By Dana Milbank
Thursday, February 1, 2007
So now it can be told: President Bush has a secret plan to end the war in Iraq.
Henry Kissinger, who as Richard Nixon's secretary of state learned something about secret plans, went before the Senate Foreign Relations Committee yesterday to argue that Bush, too, has such a proposal.
"I am convinced, but I cannot base it on any necessary evidence right now," Kissinger told the senators, "that the president will want to move toward a bipartisan consensus" to stabilize Iraq through diplomacy.
Sen. Barack Obama (D-Ill.) was suspicious of such assurances. "Is there any place that you're familiar with where the administration has articulated this strategy?" he asked.
"I don't know any place where the administration has articulated this particular strategy," the octogenarian diplomat admitted. But he added: "From my acquaintances with some of the people, I think it is possible that they will come to this strategy."
Obama asked Kissinger if "you are suggesting that they have some secret strategy that we have not been made privy to."
"I would be disappointed and surprised," he reiterated, "if they did not accept some of the elements of what has been discussed here."
For Kissinger, the floating of a phantom plan for Iraq provided a deft way out of a tricky situation. Like James Baker, who went before the committee Tuesday, Kissinger was inclined to defend Bush's Iraq policy. But Bush had left the two men, both former Republican secretaries of state, with little ammunition.
The administration rejected the core recommendation from Kissinger and from Baker's Iraq Study Group: a massive diplomatic offensive involving Syria and Iran. And yet, neither man was prepared to turn against the White House.
Baker, testifying on Tuesday, acted as if Bush had, in fact, supported his ideas. He mentioned the "common elements" between the Bush and Baker plans and the "very important points of similarity." Rubbing his fingers together and making motions with his mouth as if sucking on a hard candy, Baker pleaded: "Look, the president's plan ought to be given a chance. Give it a chance."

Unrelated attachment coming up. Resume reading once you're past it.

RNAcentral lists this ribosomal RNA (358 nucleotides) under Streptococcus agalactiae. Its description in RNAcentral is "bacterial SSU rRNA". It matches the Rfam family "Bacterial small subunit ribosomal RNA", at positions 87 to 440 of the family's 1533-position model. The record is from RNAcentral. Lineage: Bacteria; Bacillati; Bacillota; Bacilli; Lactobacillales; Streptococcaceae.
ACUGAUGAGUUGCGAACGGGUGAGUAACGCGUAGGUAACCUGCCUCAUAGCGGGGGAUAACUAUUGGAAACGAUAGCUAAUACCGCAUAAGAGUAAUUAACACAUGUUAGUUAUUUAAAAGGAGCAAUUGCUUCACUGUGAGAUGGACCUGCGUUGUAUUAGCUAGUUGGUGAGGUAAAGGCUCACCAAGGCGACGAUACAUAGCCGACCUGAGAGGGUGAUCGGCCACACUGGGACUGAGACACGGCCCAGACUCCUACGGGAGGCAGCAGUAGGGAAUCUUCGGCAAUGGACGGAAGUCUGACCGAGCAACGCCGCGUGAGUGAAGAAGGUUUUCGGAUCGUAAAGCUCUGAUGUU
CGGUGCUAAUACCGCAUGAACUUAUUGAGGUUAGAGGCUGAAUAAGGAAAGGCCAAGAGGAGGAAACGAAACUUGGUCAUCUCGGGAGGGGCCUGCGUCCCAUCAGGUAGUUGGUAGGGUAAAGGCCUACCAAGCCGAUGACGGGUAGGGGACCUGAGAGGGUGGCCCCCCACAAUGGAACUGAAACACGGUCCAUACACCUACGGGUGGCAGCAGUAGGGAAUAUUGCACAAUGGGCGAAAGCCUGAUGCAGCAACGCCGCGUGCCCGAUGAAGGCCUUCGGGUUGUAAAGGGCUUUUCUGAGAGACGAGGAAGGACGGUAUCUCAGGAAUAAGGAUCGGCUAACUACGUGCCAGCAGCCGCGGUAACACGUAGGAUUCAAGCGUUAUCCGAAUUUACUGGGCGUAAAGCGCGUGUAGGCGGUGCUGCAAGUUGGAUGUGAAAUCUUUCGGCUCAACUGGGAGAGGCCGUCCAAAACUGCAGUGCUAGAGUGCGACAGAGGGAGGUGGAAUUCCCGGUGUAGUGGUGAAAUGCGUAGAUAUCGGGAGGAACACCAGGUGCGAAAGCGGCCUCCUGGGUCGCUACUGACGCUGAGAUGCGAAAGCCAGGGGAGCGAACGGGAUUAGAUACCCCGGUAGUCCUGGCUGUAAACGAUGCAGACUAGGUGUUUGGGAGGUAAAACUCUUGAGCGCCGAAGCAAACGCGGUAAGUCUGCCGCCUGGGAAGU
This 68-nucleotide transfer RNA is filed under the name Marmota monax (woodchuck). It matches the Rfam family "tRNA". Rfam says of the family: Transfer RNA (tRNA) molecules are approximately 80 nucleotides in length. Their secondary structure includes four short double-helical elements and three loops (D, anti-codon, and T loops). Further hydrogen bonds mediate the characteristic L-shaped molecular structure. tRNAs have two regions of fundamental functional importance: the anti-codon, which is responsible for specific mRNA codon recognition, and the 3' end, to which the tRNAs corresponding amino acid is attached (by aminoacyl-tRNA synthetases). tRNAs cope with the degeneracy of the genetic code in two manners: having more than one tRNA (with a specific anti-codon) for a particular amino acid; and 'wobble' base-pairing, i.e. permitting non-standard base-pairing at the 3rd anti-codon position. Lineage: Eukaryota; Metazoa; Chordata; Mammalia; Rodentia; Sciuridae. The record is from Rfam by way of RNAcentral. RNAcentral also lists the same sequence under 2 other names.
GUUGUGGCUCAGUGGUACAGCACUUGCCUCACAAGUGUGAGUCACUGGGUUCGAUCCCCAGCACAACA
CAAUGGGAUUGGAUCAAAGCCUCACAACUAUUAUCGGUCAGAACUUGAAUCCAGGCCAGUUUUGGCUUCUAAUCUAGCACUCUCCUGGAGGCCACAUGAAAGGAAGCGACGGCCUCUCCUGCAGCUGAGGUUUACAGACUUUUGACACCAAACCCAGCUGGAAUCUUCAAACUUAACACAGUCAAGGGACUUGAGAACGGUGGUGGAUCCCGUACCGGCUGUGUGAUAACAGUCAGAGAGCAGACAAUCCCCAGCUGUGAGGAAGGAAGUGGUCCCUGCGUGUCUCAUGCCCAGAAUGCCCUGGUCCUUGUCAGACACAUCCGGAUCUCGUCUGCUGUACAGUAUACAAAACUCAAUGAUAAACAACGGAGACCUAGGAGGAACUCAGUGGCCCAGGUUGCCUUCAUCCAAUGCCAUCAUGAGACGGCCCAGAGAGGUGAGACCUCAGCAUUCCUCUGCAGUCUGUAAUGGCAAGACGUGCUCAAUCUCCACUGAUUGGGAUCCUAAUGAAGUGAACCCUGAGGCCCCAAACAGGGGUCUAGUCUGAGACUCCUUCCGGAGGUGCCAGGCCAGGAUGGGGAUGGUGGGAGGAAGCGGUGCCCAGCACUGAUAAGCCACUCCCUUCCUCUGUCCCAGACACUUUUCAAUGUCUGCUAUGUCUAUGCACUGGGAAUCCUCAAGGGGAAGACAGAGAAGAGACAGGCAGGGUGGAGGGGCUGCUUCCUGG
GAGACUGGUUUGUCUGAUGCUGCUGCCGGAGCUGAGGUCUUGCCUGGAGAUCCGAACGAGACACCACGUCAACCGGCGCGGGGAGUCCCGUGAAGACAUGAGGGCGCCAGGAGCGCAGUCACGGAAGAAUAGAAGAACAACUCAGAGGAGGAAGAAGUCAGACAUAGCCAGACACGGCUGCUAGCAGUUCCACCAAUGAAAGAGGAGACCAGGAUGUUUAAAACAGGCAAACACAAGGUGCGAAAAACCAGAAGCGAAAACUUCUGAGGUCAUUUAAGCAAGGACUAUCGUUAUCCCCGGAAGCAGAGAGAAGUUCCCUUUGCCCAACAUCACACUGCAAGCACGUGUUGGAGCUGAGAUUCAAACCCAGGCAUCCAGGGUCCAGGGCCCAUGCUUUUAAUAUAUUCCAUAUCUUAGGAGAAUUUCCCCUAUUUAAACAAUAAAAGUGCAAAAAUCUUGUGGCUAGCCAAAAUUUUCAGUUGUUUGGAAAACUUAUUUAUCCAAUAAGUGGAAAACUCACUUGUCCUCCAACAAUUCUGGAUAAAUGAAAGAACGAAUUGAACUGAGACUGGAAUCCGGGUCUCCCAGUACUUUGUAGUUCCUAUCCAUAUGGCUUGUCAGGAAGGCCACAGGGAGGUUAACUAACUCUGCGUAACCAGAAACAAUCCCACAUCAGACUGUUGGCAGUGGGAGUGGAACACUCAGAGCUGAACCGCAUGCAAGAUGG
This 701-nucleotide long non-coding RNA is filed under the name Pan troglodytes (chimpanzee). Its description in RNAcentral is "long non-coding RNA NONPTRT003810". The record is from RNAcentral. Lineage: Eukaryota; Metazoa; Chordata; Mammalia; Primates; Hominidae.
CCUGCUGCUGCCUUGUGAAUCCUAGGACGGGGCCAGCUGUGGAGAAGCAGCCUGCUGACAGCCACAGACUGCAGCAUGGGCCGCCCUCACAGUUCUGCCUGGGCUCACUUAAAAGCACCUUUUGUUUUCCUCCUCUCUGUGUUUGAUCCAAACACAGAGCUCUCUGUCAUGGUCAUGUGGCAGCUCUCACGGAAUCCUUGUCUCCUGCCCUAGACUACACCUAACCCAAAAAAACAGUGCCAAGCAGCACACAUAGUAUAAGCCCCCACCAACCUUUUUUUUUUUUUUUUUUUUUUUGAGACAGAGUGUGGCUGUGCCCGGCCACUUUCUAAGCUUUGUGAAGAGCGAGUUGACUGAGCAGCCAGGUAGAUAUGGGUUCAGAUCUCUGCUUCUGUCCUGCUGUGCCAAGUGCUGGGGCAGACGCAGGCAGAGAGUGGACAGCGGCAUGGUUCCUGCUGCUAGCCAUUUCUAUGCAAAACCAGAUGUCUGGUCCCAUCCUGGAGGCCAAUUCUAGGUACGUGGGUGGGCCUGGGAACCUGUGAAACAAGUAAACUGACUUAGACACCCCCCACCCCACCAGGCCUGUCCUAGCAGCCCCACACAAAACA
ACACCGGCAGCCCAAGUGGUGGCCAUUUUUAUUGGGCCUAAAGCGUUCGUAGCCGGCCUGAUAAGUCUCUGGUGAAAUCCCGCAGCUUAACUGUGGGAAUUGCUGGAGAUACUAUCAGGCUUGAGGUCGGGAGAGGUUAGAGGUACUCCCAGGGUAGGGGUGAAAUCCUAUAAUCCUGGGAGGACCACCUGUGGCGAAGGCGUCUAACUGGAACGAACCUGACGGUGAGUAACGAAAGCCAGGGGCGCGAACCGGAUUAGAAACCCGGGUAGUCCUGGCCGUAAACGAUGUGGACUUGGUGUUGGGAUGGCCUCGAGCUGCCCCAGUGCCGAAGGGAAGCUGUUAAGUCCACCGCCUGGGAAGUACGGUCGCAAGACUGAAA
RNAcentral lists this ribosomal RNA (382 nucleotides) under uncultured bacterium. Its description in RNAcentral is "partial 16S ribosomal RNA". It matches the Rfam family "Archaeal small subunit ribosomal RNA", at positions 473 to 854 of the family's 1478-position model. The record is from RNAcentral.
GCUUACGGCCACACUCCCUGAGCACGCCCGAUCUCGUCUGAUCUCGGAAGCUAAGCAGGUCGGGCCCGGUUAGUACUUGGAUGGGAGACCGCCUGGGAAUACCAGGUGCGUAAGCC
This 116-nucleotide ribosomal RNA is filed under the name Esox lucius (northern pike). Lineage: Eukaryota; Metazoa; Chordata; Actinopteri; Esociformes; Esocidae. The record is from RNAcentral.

Kissinger, the master of nuanced phrases such as "not incompatible," provided few such broad pronouncements yesterday. Indeed, he pronounced very little in his low, German-accented rumble.
"I want to make sure I heard you right, because it's hard to hear you, so tell me if I heard you right," Sen. Barbara Boxer (D-Calif.) directed him.
Kissinger responded with a guttural sound that the transcript labeled "(inaudible)."
It must have been a terrifying hearing for stenographers, who recorded Kissinger's utterances with phrases such as "we should avoid its (inaudible) deployment" and "we should work in the direction that will (inaudible) for maximum stability."
But this hardly mattered. The senators heard in Kissinger's testimony whatever they wanted to hear. On the one hand, Kissinger spoke of "an upheaval that goes across the whole region" and an "explosion of violence." On the other hand, he stated that "I do not believe we can withdraw from Iraq" and he provided a lukewarm endorsement for Bush's proposed increase in troops.
That left each senator in the room with the impression that Kissinger was endorsing the lawmaker's own personal plan. And the venerable diplomat, now stooped and wearing a hearing aid but as shrewd as ever, did not disabuse the senators of these impressions.
Sen. Joe Biden (D-Del.), the chairman, pitched his plan for an Iraq split into autonomous regions. "I'm sympathetic to an outcome that permits large regional autonomy," Kissinger concurred.
Sen. Richard Lugar (Ind.), the ranking Republican, asserted that "we cannot be in a situation in which we say 'We're out of there,' " Lugar pointed out.
"I believe very strongly that we cannot withdraw from the region," Kissinger agreed.
Sen. Russ Feingold (D-Wis.) tried to pull the witness in his direction. "I certainly agree with you that we cannot disengage from the region -- but what about redeployment from Iraq?" he asked.
"Of course significant American forces can be withdrawn," Kissinger obliged.
Sen. Norm Coleman (R-Minn.) tugged Kissinger the other way. "Is it your belief that a precipitous withdrawal . . . would have a greater negative long-term impact?"
"That is my conviction," Kissinger said.
"Would you agree," Sen. Bob Menendez (D-N.J.) asked, that "every alternative carries with it some rather grave risks?"
"Absolutely," Kissinger complied.
Sen. Johnny Isakson (R-Ga.) said he hoped Bush's troop buildup would allow for reconciliation and diplomacy. "Am I wrong?"
"The objectives you've stated are compatible with what the president is attempting to do," Kissinger assured him.
The secretary's agreeability had a calming effect. "I think what I'm seeing here is someone testifying and almost everyone on this committee agreeing," observed Sen. Bob Corker (R-Tenn.). "It's an interesting thing to watch."
Maybe that's Bush's secret plan to end the war in Iraq.